UA graduate protests in Sudan as part of ongoing revolution

Jenna Minser, Contributing Writer

Hang on for a minute...we're trying to find some more stories you might like.


Email This Story






Ilham Ali, a recent University of Alabama graduate and dual citizen of the United States and Sudan, has always had a strong interest in social and political justice. As conflicts in Sudan resulting in the ongoing revolution have escalated, it was only natural for Ali to participate in protest efforts against the current military-led government.

“I’ve always been involved in Sudan, and I go back often to see my family,” Ali said. “I have a lot of friends and family there, and I knew it was definitely time for a change.” 

Sudan has been in a peaceful, nonviolent revolution since December 2018. Citizens of Sudan are protesting the current military-held government in favor of a democratic, civilian-led system. Protestors successfully disposed of Omar al-Bashir, Sudan’s dictator of 30 years, in April, but now a military council has taken over rule. 

Originally excited by the prospect of a new system, Sudanese people soon began demanding for a transitional civilian government, and the military council in power and opposition settled on a three-year transition to democracy. But quickly, talks broke down, and protesters organized a massive sit-in in Sudan’s capital, Khartoum, that lasted until June. 

Ali has been to Sudan twice since the uprising began seven months ago: first, in December and January, and then later this year in May and June. Ali had the opportunity to join the sit-in.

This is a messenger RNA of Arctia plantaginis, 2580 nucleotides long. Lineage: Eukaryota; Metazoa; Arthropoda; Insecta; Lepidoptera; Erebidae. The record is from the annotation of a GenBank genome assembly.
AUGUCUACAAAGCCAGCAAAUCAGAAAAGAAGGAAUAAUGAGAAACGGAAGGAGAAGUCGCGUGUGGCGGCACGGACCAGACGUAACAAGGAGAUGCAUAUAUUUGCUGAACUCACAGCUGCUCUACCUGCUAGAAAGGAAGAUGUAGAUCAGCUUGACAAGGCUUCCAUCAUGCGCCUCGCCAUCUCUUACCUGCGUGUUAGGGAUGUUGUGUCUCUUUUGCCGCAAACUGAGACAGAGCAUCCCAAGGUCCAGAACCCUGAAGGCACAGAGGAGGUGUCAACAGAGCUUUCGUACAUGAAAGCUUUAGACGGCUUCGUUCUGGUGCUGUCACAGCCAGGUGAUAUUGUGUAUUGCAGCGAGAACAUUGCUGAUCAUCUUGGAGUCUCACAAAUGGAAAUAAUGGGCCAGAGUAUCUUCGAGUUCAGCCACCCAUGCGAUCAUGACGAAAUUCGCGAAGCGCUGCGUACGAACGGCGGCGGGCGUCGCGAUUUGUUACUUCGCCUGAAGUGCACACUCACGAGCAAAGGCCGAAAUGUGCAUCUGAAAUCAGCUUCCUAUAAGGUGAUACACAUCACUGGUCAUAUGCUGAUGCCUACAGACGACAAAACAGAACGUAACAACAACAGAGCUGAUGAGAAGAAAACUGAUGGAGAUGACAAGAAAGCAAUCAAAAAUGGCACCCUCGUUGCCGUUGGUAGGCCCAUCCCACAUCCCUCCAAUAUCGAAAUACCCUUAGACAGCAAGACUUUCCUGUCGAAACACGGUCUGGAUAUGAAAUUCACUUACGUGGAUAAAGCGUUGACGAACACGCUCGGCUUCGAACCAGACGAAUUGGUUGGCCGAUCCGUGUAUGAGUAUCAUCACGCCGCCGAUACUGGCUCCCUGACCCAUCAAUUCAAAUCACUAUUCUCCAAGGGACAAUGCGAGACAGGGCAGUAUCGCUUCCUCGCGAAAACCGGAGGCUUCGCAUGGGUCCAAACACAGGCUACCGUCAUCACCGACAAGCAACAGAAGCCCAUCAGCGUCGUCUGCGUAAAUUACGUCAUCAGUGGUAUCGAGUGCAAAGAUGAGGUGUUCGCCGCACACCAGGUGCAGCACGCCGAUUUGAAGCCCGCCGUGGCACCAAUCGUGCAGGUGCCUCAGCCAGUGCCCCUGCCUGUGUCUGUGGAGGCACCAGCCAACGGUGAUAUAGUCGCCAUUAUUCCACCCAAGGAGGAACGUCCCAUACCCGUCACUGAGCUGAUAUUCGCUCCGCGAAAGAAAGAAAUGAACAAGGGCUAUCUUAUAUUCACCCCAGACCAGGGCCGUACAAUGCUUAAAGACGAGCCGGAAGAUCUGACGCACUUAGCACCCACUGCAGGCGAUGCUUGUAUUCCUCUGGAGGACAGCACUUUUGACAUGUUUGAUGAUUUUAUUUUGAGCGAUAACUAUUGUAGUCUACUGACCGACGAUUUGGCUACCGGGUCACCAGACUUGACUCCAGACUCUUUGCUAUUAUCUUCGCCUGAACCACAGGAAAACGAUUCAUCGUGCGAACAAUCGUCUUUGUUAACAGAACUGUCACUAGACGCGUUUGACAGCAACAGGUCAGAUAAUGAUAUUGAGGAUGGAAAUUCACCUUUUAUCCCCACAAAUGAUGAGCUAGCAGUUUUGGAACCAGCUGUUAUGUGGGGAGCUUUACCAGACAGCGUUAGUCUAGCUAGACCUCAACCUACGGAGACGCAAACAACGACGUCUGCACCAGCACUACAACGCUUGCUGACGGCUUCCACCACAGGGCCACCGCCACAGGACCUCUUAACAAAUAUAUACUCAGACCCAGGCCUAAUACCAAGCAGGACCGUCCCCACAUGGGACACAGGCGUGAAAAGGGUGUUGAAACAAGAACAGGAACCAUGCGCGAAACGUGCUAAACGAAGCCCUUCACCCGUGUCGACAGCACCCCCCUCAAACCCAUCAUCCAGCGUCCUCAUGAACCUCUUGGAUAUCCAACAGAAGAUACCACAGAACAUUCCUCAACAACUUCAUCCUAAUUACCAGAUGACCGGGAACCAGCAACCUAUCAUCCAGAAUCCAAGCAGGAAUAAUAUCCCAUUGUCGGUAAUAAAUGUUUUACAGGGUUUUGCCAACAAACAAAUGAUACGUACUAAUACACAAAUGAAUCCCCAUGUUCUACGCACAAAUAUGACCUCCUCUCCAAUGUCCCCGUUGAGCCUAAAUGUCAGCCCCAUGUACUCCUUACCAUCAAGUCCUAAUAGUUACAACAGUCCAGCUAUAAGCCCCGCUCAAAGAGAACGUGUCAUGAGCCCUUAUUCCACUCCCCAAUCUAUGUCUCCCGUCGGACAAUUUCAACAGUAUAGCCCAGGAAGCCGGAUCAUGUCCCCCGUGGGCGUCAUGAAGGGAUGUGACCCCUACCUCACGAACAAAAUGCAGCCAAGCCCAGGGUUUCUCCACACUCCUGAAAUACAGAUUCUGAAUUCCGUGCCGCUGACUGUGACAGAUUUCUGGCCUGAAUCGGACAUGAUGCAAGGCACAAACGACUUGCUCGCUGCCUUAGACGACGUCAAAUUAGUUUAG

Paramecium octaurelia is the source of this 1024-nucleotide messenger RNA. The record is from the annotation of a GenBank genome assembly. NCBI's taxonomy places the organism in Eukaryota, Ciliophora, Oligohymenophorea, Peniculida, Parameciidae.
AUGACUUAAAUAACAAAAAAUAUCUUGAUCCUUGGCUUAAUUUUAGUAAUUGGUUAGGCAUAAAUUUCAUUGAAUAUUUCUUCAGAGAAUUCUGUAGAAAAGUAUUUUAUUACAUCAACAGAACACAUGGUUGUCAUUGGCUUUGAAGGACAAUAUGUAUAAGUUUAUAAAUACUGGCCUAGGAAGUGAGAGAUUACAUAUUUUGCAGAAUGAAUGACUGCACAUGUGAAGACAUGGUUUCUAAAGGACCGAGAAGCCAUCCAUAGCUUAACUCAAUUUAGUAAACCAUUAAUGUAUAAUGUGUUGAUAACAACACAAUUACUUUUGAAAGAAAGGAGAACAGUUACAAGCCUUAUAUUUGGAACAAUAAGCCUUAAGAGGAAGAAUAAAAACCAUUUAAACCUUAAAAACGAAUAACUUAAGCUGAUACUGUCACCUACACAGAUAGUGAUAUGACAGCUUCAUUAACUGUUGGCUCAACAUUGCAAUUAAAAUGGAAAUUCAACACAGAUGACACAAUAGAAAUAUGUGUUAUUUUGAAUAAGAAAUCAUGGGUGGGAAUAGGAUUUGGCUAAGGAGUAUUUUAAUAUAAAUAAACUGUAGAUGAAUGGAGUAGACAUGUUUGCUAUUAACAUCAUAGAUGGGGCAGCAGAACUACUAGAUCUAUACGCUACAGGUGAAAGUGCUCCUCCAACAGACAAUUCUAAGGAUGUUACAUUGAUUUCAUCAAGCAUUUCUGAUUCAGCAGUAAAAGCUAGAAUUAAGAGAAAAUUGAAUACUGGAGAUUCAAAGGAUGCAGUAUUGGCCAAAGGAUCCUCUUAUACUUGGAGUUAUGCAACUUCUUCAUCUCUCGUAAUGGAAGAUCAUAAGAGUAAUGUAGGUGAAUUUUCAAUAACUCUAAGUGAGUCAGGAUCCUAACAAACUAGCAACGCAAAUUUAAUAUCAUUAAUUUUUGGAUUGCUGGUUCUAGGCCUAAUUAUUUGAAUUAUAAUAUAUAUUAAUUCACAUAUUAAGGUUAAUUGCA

“If you were there, it was really something special,” Ali said. “People were building the society they wanted right there in the camp. People would come in shifts so the sit-in was 24/7 populated with people. It was a really joyful time.” 

In June, however, everything changed. At 5 a.m. on June 3, the governing military council gave the order to dismantle the sit-in with appalling force. Ali, who was only a short distance away from the sit-in when the military stormed the camp, said it was an unfathomable atrocity.

Scores of military vehicles invaded as the camp was overrun. There were 70 documented cases of rape, over 120 known deaths and 800 injured. But the real numbers are much higher.  

“They threw bodies into the Nile River, but the military took others to different locations to try and hide the real death toll,” Ali said. “It was a horrific time.” 

Ali says that people knew what the potential for danger was when the sit-in was happening. A common phrase during violence by paramilitary and security forces for the sit-in was  يا انت يا وطنك، جهز عديل كفنك , or “It’s you or your country. Come ready with your coffin.” And, in response to the massacre, total civil disobedience broke out across Sudan. 

“All movement stopped. The idea is to totally bring the economy to a grinding halt. Without these direct actions, the country can’t function.” Ali said. 

Now, people are waiting on a supposed agreement between the Forces of Freedom and Change – which largely represents the revolution – and the military government, which is meant to be announced by the end of the week. However, the agreement was first set to come out on July 5, so there may still be more delays. 

Ali is back in the United States now, preparing to start a full-time job in the next few weeks. When asked if she would continue to be involved in the revolution, she answered with a resounding yes. 

“I’m hoping to go back [to Sudan] as soon as I can,” Ali said. “But, until then, I can stay involved online through social media. I think art is a big part of the revolution, too, so I plan on continuing to use art as a way to express the uprising and honor people who have given everything for the revolution.”

Ali explained that a physical distance from Sudan has never been a problem for her and other Sudanese people when thinking about how they can participate in protests. People, she says, can contribute wherever they are. حنبنيهو, or “we will build it,” is an iconic phrase from Sudanese poet Mahjoub Sharif used to talk about Sudanese people building what they dream of daily. 

For those who are living outside of Sudan during this time of unrest, “Their hearts, the people that they love, their traditions, are still all in Sudan,” Ali said.